JERUSALEM — A new lightweight, passive targeting fire-support system demonstrated by Elbit Systems seeks to conceal an operator while the user monitors and identifies a target.
Existing systems often use a laser and azimuth to designate targets for artillery, bombing or other missions; for instance the Joint Effects Targeting System, used by the U.S. Army, weighs about 10 kilograms (approximately 22 pounds) with its tripod, and it uses a laser.
But the HattoriX did not use a laser during Monday’s demonstration held not far from the border with Gaza in a field near Sderot, Israel. Without a laser, the chance of being detected by an enemy is mitigated.
The HattoriX was displayed in two types: a lightweight version on a tripod with a payload of about 10 kilograms, and a heavier version of 30 kilograms. Elbit envisions the heavier version being used against targets about 10 kilometers away, and the smaller one for targets less than 5 kilometers away. In the demo, the operator pointed the optics at a farmhouse more than 1 kilometer away.
The lightweight version looks like a tablet computer attached to a tripod and a goniometer. Both versions have a remote control capability. The operator, looking at the overlay of real-time data on the map, can choose targets by marking them on the screen, receiving data such as altitude and allowing the user to precisely identify the target. Then the target information can be sent back to a command-and-control center.
The system integrates with Elbit’s ISTAR and other systems, but it can be used with other electro-optical devices.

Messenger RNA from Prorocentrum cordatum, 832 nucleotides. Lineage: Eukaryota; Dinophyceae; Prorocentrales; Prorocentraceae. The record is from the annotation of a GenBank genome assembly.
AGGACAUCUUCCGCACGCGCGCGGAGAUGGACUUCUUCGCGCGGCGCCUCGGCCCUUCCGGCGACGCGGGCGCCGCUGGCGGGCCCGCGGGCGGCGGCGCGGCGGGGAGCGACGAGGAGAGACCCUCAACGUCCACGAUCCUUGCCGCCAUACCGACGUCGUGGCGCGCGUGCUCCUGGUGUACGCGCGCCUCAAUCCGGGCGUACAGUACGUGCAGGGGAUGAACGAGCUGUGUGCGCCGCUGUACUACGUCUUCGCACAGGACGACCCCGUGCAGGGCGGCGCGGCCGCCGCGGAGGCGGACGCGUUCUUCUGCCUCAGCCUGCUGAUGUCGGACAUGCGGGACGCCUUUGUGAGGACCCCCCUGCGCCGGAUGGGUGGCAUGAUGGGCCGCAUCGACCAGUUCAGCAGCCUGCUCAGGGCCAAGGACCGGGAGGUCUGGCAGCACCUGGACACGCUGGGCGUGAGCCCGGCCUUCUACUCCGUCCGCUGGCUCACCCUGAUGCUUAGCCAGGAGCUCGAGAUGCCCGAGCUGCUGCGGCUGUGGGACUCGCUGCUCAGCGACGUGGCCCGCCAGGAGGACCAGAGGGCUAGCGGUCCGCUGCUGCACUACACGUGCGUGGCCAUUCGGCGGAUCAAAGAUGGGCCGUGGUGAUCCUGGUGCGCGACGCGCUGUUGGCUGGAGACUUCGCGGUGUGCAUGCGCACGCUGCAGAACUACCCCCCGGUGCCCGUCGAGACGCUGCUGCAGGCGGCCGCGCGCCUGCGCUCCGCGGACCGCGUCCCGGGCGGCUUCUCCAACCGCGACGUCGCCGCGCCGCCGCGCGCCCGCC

“You can scan your target with an optical device, layering the image on your [geographical information system], and from that you get your accurate coordinates," said Arie Chernobrov, CEO of Elbit’s Security and Tactical EO Solutions-ELSEC division. “The main advantages are that the accuracy is very high to transmit to command accurate intelligence information and to protect your team, which is using a passive system that will not be hit by enemy forces.”
When a forward observer arrives at a post, the user can set up the system digitally through a software wizard that completes the process in a matter of minutes. And using an internal GPS, operators can pinpoint their location on the map of the device. Then, operating remotely or sitting in a concealed position, the team can observe the target over hours or days.
However, the system requires map data be uploaded prior to deployment.
“We think it’s a new approach,” Chernobrov said. “We are in the business of target acquisition systems for many years, and in the past used the traditional goniometer and lasers." He said the difference between the previous generation and this new system is the accuracy, with an error of less than 6 meters (CAT-1 targets).
Elbit designed the HattoriX with an interface that would be familiar to anyone using a smartphone or who plays video games. Elbit is pushing this system as a solution for small forces, such as reconnaissance teams, joint terminal attack controllers, forward air controllers and intelligence units. It will face competition with existing systems, such as the latest Joint Effects Targeting System model, which was rolled out in September, and the Lightweight Laser Designator Rangefinder 3 program of Leonardo DRS.
HattoriX is currently operational with an undisclosed client.